Michael Mann wrote:
Kevin, that's an interesting point. As the plot from Gavin I sent shows, we can easily      account for the observed surface cooling in terms of the  natural variability seen in the CMIP3 ensemble (i.e. the observed cold dip falls well within it). So in that sense, we can "explain" it. But this raises the interesting question, is there something going on here w/ the energy & radiation budget which is inconsistent with the modes of internal variability that leads to similar temporary cooling periods within the models. I'm not sure that this has been addressed--has it?
On Oct 14, 2009, at 10:17 AM, Kevin Trenberth wrote:
 Hi Tom
How come you do not agree with a statement that says we are no where close to knowing where energy is going or whether clouds are changing to make the planet brighter.  We are not close to balancing the energy budget.  The fact that we can not account for what is happening in the climate system makes any consideration of geoengineering quite hopeless as  we will never be able to tell if it is successful or not!  It is a travesty!
Tom Wigley wrote:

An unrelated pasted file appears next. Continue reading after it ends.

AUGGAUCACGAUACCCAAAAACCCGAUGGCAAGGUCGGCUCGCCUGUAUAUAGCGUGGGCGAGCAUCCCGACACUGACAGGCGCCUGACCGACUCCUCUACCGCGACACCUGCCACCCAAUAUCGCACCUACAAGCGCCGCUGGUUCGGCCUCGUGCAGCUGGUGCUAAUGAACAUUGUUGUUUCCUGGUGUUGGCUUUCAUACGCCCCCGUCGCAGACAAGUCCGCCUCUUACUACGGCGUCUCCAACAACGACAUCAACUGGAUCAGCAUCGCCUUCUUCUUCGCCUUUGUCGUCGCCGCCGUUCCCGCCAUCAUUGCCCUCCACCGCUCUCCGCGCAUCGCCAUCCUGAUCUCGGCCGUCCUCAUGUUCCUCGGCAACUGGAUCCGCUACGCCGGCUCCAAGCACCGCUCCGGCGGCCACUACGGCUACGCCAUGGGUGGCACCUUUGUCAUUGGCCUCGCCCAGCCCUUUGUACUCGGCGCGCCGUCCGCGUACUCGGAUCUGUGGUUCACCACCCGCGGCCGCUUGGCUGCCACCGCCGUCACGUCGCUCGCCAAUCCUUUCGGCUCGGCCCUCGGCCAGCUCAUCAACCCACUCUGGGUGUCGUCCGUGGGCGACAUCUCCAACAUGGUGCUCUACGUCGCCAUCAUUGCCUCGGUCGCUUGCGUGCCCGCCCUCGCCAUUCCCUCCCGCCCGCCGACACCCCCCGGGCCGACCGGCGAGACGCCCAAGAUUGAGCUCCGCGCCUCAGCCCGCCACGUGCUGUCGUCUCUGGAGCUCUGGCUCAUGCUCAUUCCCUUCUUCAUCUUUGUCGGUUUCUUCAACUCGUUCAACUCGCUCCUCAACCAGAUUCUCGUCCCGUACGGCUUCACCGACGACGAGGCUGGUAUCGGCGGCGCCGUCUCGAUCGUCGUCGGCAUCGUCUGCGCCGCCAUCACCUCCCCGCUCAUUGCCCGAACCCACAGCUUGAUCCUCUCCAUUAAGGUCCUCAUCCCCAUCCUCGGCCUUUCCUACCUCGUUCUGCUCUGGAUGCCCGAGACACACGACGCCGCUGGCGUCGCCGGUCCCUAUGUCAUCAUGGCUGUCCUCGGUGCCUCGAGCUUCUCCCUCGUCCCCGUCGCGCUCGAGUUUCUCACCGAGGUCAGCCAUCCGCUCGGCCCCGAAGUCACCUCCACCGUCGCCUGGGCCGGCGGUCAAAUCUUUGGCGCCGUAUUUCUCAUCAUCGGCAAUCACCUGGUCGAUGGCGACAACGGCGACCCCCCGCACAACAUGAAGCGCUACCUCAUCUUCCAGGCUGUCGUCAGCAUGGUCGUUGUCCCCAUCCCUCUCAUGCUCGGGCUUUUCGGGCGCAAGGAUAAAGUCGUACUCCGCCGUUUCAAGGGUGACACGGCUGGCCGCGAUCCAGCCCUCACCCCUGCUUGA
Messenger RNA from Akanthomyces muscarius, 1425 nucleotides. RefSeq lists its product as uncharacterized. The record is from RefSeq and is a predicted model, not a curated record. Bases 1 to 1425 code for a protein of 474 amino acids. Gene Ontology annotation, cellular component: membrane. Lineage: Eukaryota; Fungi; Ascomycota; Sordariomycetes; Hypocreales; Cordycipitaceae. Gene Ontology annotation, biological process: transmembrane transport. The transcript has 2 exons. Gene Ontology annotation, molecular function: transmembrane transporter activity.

Dear all,
At the risk of overload, here are some notes of mine on the recent lack of warming. I look at this in two ways. The first is to look at the difference between the observed and expected anthropogenic trend relative to the pdf for unforced variability. The second is to remove ENSO, volcanoes and TSI variations from the observed data.
Both methods show that what we are seeing is not unusual. The second method leaves a significant warming over the past decade.
These sums complement Kevin's energy work.
 Kevin says ... "The fact is that we can't account for the lack of warming at the moment     and it is a travesty that we can't". I do not agree with this.
Kevin Trenberth wrote:
 Hi all
 Well I have my own article on where the heck is global warming?  We are asking that here in Boulder where we have broken records the past two days for the coldest days on     record. We had 4 inches of snow.  The high the last 2 days was below 30F and the normal is 69F, and it smashed the previous records for these days by 10F.  The low was about 18F and also a record low, well below the previous record low.  This is January weather (see the Rockies baseball playoff game was canceled on saturday and then played last  night in below freezing weather).